… a slight change in your daily habits can guide your life to a very different destination. Making a choice that is 1 percent better of 1 percent worse seems insignificant in the moment, but over the span of moments that make up a lifetime these choices determining the difference between who you are and who you could be. Success is the product of daily habits - not once in-a-lifetime transformation.
Productivity compounds (one extra task is a small feat on any given day, but counts for a lot over career)
Knowledge compounds (… each book opens up different ways of thinking about old ideas. )
Relationships compound. Being a little nicer can result in strong connections.
…habits often appear to make no difference until you cross a critical threshold and unlock a new level of performance. In the early and middle stages of any quest, there is often a Valley of Disappointment. You expect to make progress in a linear fashion and it’s frustrating how ineffective changes can seem during the first days, weeks, and even months. It doesn’t feel like you are going anywhere. It’s a hallmark of any compounding process: the most powerful outcomes are delayed.
This is one of the core reasons why it is so hard to build habits that last. People make a few small changes, fail to see a tangible result, and decide to stop. … But in order to make a meaningful difference, habits need to persist long enough to break through this plateau - what I call the Plateau of Latent Potential.
When nothing seems to help, I go and look at a stonecutter hammering away at his rock, perhaps a hundred times without as much as a crack showing in it. Yet at the hundred and first blow it will split in two, and I know it was not that last blow that did it - but all that had gone before. - Jacob Riis
Goals are about the results you want to achieve. Systems are about the process that lead to those results. If you want better results, then forget about setting goals. Focus on your system instead.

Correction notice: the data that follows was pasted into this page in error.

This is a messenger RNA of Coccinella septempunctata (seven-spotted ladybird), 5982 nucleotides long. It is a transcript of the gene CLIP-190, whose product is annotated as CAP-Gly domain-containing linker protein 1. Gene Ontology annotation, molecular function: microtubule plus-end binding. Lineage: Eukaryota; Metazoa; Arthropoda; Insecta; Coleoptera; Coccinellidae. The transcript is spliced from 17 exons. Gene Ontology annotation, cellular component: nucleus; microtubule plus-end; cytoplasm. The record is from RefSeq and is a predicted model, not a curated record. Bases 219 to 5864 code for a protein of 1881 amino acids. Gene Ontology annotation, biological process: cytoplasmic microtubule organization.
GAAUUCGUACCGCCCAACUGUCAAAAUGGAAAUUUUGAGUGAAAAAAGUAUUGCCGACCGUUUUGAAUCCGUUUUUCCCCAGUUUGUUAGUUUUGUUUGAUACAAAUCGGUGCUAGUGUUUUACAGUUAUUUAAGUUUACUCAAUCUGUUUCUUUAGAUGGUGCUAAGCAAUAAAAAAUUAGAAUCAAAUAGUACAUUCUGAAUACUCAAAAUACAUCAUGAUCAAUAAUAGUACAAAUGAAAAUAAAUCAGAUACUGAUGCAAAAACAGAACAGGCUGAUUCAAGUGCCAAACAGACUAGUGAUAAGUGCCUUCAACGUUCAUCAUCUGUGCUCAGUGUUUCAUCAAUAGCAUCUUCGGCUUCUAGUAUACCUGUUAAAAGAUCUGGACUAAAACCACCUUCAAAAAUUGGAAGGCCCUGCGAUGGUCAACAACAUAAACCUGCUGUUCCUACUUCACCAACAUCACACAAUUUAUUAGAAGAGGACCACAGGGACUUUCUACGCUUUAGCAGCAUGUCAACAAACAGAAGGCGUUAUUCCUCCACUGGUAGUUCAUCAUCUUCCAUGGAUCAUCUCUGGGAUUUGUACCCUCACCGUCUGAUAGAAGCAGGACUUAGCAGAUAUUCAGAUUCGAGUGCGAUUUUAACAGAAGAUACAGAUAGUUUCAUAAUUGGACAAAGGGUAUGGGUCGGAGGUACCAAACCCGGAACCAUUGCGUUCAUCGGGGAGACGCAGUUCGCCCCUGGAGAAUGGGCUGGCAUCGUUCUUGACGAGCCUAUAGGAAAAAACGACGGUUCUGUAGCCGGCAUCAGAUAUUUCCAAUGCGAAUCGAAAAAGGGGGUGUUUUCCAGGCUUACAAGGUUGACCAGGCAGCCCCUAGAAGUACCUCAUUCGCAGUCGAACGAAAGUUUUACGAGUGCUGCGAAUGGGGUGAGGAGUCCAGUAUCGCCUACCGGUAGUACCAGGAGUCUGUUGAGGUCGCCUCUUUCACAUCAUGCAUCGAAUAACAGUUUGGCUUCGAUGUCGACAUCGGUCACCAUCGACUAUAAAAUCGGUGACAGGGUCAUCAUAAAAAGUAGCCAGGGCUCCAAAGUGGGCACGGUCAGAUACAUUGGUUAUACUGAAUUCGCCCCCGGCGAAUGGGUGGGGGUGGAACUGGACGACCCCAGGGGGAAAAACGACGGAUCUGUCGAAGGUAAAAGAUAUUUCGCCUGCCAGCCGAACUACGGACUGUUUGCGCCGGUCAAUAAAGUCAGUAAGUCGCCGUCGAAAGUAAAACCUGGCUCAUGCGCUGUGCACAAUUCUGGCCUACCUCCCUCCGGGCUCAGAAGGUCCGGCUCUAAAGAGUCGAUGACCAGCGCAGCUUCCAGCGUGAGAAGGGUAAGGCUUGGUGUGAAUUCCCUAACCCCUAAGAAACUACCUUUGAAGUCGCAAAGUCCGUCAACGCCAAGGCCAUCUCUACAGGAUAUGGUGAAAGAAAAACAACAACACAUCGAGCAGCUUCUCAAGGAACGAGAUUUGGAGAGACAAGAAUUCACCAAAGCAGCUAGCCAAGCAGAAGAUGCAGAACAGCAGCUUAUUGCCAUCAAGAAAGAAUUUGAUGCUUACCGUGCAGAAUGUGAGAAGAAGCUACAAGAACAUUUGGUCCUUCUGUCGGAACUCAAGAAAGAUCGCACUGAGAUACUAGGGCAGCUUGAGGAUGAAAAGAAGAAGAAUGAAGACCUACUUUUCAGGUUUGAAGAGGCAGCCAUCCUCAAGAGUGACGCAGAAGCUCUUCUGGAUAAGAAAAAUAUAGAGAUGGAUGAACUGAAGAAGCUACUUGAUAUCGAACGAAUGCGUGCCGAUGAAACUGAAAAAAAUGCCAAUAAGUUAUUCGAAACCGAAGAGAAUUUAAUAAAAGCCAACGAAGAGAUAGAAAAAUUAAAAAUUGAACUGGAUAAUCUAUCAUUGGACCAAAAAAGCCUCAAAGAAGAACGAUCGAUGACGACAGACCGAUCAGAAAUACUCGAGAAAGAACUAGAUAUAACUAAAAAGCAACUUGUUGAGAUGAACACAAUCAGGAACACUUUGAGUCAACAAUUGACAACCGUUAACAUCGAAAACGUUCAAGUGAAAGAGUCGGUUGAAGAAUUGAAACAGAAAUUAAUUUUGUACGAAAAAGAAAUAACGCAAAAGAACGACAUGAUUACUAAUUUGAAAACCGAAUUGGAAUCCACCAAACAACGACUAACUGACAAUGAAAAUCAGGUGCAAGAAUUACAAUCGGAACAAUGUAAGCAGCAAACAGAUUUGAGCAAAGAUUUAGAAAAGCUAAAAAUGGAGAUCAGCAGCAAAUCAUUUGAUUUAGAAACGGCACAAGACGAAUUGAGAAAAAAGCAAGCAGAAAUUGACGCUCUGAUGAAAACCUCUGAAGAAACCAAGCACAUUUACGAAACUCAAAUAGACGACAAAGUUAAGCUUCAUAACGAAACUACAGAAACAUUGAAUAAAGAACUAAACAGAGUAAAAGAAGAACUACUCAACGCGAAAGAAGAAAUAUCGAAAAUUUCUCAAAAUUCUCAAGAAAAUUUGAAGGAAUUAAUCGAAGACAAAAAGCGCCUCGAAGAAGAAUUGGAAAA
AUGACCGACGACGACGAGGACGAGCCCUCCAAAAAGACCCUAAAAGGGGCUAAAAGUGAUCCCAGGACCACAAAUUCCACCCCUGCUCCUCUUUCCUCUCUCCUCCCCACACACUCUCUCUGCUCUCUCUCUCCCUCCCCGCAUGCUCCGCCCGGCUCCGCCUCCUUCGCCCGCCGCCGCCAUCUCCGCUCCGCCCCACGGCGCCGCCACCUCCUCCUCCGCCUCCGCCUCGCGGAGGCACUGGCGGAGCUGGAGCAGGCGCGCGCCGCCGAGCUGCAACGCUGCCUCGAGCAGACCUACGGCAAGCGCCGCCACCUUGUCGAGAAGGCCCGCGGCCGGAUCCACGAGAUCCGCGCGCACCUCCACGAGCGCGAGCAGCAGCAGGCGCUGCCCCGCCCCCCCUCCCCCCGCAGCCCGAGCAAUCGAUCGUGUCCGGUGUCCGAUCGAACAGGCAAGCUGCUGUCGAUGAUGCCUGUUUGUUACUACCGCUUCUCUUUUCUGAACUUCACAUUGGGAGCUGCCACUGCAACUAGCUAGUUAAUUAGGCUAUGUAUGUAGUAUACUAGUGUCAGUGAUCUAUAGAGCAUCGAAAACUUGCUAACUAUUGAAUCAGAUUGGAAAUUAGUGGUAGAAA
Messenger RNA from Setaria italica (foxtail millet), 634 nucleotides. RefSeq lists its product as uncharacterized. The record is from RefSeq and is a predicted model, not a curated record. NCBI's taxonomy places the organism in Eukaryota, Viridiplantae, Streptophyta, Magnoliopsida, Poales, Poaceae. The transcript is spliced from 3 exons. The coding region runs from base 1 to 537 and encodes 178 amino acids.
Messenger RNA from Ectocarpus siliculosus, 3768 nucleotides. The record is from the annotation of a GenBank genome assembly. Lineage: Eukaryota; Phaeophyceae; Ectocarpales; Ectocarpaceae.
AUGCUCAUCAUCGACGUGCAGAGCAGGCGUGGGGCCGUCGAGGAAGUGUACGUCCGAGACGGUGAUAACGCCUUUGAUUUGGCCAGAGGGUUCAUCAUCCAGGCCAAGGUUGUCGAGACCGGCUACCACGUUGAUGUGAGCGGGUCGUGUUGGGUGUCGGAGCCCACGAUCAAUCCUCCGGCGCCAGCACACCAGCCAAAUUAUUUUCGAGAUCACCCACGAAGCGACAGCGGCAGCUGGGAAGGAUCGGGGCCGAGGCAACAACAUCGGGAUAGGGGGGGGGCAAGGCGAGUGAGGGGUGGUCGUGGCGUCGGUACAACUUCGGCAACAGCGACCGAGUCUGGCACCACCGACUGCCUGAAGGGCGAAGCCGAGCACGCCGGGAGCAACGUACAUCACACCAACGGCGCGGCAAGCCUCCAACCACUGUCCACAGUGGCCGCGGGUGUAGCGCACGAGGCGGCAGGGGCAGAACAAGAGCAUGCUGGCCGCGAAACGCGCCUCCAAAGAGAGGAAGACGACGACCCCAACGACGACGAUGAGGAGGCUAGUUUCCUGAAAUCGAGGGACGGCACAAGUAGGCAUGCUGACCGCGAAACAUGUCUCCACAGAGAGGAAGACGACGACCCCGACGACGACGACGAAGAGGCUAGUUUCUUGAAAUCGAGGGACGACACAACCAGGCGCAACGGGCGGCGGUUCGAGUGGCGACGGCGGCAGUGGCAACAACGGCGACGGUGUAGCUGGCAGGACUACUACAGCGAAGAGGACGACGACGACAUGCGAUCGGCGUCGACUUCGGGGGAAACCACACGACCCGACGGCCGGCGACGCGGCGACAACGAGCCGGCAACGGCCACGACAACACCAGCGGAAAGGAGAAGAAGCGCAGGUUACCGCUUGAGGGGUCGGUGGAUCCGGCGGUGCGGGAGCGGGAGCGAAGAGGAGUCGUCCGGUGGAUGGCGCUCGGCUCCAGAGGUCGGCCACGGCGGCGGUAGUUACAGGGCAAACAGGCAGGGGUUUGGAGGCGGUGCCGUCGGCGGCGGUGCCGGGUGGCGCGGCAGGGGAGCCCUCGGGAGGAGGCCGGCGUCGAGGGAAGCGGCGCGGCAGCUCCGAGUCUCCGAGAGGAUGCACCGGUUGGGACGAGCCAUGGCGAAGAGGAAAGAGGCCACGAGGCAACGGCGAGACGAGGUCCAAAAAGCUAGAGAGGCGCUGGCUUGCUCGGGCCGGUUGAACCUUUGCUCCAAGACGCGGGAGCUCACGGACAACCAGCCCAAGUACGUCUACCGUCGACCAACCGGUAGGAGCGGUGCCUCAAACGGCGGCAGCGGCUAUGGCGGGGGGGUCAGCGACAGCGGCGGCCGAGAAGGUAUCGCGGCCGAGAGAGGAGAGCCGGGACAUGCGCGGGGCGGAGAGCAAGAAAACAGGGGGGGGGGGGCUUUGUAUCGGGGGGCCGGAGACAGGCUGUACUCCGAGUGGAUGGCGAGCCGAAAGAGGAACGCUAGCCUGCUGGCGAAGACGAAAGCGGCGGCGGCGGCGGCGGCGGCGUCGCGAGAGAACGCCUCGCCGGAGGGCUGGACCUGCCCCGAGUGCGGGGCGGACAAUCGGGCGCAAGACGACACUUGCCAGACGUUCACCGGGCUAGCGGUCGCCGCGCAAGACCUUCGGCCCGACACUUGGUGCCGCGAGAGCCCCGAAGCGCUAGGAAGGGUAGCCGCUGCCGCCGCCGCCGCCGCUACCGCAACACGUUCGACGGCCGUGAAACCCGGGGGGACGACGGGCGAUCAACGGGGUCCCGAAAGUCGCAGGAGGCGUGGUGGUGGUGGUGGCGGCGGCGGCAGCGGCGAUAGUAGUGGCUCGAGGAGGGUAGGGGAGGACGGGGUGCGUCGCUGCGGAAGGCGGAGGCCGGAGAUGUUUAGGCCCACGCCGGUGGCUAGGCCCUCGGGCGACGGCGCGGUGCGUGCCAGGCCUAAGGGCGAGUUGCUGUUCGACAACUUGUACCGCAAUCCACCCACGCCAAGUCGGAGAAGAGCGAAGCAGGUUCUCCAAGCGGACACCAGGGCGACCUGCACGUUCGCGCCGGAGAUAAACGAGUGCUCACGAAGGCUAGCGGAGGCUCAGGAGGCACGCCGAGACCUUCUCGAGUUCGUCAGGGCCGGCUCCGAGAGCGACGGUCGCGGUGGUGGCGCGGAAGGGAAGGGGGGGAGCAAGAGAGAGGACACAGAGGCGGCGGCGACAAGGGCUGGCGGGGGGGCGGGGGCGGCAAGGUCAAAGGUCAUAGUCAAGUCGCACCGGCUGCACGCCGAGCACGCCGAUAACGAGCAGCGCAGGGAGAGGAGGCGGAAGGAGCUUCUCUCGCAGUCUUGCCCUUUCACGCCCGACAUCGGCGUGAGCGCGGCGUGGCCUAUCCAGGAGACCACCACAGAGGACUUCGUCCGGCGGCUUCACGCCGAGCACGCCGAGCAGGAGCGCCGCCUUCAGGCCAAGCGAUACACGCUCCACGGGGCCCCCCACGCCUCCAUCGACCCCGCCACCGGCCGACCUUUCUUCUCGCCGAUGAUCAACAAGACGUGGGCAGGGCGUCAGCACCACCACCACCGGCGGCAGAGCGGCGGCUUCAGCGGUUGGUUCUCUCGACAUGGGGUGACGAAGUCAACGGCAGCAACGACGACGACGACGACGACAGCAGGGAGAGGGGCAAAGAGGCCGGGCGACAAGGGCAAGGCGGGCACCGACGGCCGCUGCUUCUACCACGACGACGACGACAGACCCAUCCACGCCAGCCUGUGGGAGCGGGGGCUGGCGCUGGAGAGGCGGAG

When you solve problems at the results level, you only solve them temporarily. In order to improve for good, you need to solve problems at the systems level. Fix the inputs and the outputs fix themselves.
The purpose of setting goals is to win the game. The purpose of building systems is to continue playing the game. True long-term thinking is goal-less thinking. It’s not about any single accomplishment. Ultimately, it is your commitment to the process that will determine your progress.
How Your Habits Shape Your Identity
You might start a habit because of motivation, but the only reason you’ll stick with one is that it becomes part of your identity.
The goal is not to read a book, the goal is to become a reader.
Every action you take is a vote for the type of person you wish to become.
The most practical way to change who you are is to change what you do.
- Each time you encourage your employees, you are a leader.
New identifies require new evidence. If you keep casting the same votes you’ve always cast, you’re going to get the same results you’ve always had. If nothing changes, nothing is going to change. It is a simple two-step process.